Above is a close up and enhanced image of the 1696 Coronelli Map of the Great Lakes, touted as being the most accurate map of the Great Lakes found in the 17th Century. Obviously, as we know today, it was sadly lacking in accuracy. One thing that is easy to see however, is that whoever controled the Straits of Mackinac wielded military might at that time. The straits are that close area between the Lower and Upper Peninsulas of Michigan. The French were the first colonial presence in this area.
The original Fort Michilimackinac, one of three forts bearing the name, was constructed by the French and built in St. Ignace, Michigan. The fort also went by the name Fort DeBuade. St. Ignace is located in Michigan's beautiful Upper Peninsula. Situated on land that juts out into the straits of Mackinac, St. Ignace is bordered by two bays and two of the Great Lakes - Lake Huron and Lake Michigan. Located at a strategic juncture for the fur trade, the French built the fort centrally, with two tribes also encamped on either side. We don't really know what Fort DeBuade looked like but it make have been a stockaded wooden fort such as one can find displayed in Mackinaw City at the Michigan State Parks Fort Michilimackinac. (Wiki gives several references, that look good, for their notes on Fort DeBuade.)
Native American life, around colonial forts, isn't always considered at many museum sites. The Fort DeBuade museum, in St. Ignace, houses many Ojibway artifacts and is located at the site of one of the villages that surrounded the fort. Native American goods and history are the focus.
The French had a different approach to interacting with the Native Americans than the British died when they came to the straits (their ill treatment later contributing to Pontiac's Rebellion.)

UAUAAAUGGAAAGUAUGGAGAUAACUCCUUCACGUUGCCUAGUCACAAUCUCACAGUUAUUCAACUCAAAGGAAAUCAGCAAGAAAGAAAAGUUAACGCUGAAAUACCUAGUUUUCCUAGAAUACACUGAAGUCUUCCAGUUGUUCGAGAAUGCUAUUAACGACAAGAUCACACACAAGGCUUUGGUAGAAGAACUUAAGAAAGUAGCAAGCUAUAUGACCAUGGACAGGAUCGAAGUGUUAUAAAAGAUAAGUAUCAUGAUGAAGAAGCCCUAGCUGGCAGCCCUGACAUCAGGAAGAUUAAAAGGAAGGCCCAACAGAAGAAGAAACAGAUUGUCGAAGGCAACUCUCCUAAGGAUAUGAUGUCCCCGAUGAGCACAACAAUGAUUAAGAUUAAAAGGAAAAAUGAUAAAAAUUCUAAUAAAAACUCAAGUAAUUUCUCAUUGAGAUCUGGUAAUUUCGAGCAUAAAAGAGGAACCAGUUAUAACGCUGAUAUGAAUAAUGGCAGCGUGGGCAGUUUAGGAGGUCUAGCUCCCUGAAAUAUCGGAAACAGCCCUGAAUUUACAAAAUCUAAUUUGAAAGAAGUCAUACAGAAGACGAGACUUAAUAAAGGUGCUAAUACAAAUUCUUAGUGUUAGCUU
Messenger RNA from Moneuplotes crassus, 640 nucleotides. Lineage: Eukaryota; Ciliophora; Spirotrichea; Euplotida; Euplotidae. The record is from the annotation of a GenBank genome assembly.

In my recent releases, Books 2 and 3 in the Christy Lumber Camps Series, The Lumberjacks' Ball and Lilacs for Juliana, the stories are set near St. Ignace, in the early 1890s.
Although they are after Fort DeBuade's day, the residents of the area (I grew up not far from there) were no doubt affected by the history of the fort. Having different tribes encamped on either side of a French fort had to have been an interesting situation--there was a balance to be had. Yet when the English came in, it is well documented that they failed to treat the tribes with respect and immediately began to engender their hostility.
The later built Fort Michilimackinac in Mackinaw City was ultimately dismantled and moved to Mackinac Island. Seated high on the bluff, the final fort built had an excellent vantage point!
In the time of my series, Fort Mackinac, as it is now called, was winding down. There was no longer a need for a fort in the straits of Mackinac.
Question: Does it seem strange to you that over time the main French fort moved three times in the Straits of Mackinac?
Former “Yooper” Carrie Fancett Pagels writes Christian historical romances about overcoming. She grew up in Upper Peninsula of Michigan, where many of her stories are set. Possessed with an overactive imagination, that wasn't "cured" by twenty-five years as a psychologist, she loves bringing characters to life. Carrie and her family reside in Virginia’s Historic Triangle, which is perfect for her fascination with history. Carrie enjoys reading, traveling, baking, and beading—but not all at the same time!